As CPAs who have served on boards can attest, being a board or audit committee member can boost your career in many ways.
Here are some ways to prepare for a board role—and how to stay up to date once you have gained some experience.
- Take formal training
Director education programs and short courses on topical governance issues are available through organizations such as the Institute of Corporate Directors. CPA Canada also offers a not-for-profit certificate and has a virtual Audit Committee Certificate program, which was developed with KPMG. According to Wendy Kei, FCPA, who was involved in developing the program and also served as one of the lead co-authors on the CPA Canada/KPMG study CPAs on Board, approximately 40 students have graduated so far.
- Attend conferences
CPA Canada holds an annual Conference for Audit Committees and Corporate Governance, which explores current perspectives on good governance, technology, strategy and risk, regulatory changes, diversity issues and more. The 2022 conference will take place in person at the Metro Toronto Convention Centre on December 6-7.
- Join advisory and other boards
While there are conflict-of-interest rules that prevent or make it more difficult for CPAs in some roles to join the board of a publicly traded company, they can still sit on Crown Corporation boards, whether it be at the municipal, provincial or federal levels. As Kei points out, they can also sit on subsidiary boards of the company where they serve as an executive, or even on advisory boards or committees or subcommittees.
- Gain exposure
Even before joining a board, try to get involved at your own organization. “Volunteer and move around to different departments. The more breadth you develop, the more you will have to offer the board,” says Gigi Dawe, former director of corporate oversight and governance at CPA Canada. “You can also ask to make presentations on particular agenda items.”
- Leverage learning materials
CPA Canada provides guidance materials for boards of directors along with a number of other resources and podcasts. As Dawe explains, understanding your fiduciary duties is a place to start (see Not-for-profit director duties: 20 questions). And experienced directors on corporate or NFP boards can benefit from resources to deal with more complex issues. (See A role for audit committees in oversight of climate change, Anti-corruption and responsible business: A governance framework and Supply chain security: Is it on your radar?) Also, Women Get On Board offers an e-guide on the benefits of board membership, among other materials.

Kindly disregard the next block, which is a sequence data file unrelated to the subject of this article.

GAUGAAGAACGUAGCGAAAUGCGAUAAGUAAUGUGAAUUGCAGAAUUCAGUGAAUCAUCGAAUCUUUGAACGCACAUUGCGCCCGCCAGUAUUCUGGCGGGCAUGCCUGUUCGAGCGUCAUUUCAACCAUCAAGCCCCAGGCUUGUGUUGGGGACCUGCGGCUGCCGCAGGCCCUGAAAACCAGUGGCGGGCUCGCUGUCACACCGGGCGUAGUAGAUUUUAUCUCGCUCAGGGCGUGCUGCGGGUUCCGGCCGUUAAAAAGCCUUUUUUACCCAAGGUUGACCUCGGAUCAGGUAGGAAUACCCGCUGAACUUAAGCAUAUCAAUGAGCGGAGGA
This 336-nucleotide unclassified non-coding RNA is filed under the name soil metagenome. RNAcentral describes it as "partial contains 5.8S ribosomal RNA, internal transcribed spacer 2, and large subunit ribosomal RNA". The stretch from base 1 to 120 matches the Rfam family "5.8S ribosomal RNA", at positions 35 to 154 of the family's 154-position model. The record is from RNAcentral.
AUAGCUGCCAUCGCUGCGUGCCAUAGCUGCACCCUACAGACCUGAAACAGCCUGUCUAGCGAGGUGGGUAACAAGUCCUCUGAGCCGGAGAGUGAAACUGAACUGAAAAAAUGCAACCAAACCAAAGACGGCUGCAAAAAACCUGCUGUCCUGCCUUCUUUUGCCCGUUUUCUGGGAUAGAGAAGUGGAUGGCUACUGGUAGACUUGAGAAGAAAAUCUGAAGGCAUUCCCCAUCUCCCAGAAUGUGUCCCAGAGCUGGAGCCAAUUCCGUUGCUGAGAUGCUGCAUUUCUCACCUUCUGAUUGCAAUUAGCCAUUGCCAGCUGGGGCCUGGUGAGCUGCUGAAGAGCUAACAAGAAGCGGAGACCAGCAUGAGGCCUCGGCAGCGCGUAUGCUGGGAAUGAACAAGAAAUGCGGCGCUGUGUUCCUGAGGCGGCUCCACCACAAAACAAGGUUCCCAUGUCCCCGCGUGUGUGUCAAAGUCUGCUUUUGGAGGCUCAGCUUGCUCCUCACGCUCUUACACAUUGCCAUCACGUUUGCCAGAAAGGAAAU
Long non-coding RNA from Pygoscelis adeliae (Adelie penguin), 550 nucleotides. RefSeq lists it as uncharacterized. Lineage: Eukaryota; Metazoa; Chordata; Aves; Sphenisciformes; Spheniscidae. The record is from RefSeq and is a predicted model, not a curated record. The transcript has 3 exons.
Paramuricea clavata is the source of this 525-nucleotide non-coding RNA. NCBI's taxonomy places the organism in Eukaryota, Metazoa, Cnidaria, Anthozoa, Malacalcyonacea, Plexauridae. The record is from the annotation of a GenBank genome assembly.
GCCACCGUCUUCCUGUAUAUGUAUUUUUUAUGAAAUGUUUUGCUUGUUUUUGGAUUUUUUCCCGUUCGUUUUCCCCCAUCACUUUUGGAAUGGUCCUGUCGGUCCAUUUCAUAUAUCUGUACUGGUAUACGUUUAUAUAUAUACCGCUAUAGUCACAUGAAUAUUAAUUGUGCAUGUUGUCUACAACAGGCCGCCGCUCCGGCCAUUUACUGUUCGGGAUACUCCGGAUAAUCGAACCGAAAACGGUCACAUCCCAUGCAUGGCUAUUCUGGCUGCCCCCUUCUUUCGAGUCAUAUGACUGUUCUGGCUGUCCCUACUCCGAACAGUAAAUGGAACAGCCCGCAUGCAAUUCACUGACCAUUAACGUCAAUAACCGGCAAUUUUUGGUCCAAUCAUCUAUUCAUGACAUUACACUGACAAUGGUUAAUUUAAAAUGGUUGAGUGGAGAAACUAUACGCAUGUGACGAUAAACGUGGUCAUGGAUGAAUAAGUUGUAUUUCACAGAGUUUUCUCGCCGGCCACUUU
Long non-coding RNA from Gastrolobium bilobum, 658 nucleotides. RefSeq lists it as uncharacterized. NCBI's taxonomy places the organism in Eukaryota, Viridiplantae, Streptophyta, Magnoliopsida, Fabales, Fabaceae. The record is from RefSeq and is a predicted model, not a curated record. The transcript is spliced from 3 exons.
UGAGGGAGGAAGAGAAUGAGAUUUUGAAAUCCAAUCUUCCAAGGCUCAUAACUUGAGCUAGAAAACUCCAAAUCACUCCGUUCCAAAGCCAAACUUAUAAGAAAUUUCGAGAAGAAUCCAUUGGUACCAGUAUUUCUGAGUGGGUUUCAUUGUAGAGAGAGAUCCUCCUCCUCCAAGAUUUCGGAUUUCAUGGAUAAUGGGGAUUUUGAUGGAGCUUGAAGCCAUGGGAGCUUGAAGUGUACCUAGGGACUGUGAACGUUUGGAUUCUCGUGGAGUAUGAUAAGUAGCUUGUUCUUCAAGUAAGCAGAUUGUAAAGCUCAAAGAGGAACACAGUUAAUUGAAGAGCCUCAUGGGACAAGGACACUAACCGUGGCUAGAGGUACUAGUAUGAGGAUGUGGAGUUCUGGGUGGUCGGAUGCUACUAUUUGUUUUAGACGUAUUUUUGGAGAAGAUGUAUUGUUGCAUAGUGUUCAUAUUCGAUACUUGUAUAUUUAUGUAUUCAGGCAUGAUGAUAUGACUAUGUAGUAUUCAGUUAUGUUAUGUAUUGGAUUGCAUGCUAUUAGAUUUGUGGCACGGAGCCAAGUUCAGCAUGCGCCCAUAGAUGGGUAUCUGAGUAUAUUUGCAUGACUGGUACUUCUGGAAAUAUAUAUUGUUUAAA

- Seek out a mentor
Finding a mentor can be key in helping you chart a path toward board membership, says Deborah Rosati, FCPA, one of the lead co-authors of the CPA Canada/KPMG study on CPAs’ involvement in boards and audit committees. “Even before I started sitting on boards in my late 30s, I had some great colleagues who acted as mentors for me. I would go to them and say, ‘I see you are chairing the audit committee. I would really like to learn from you. Can you give me some advice?’”
- Find sponsors
Knowing people who can put your name forward for a position— even if you aren’t aware of the opening—can also increase your chances of being appointed to a board. “In my case, people have put my name forward after having seen me around the table and knowing about my contributions,” says Rosati. “But I also do the same for others. It’s important to pay it forward.”
Broadening your circle of contacts in formal and informal ways can also help boost your board membership prospects. For example, Rosati founded Women Get On Board, a member-based company that is meant to advance gender diversity in the boardroom. “Our mission is to connect, promote and empower women to corporate boards,” Rosati says.
- Make your voice heard
Let others know the kinds of opportunities you are seeking, whether it be through your network, LinkedIn or other means. “As CPAs, we need to let our intentions be known,” Rosati says.
- Leave room to grow
Even once you start serving on boards, you don’t need to be defined by your latest role, says Rosati. “For example, you might always be asked to be on the audit committee, but you might be interested in governance or ESG. So, you could suggest serving on the audit committee for now and then transition into a leadership role on one of those other committees.”
But no matter where your board membership journey eventually takes you, the key is to begin the process as early as you can. As Rosati puts it, “If your end game is to be on a corporate board, don’t wait until you are approaching retirement to start.”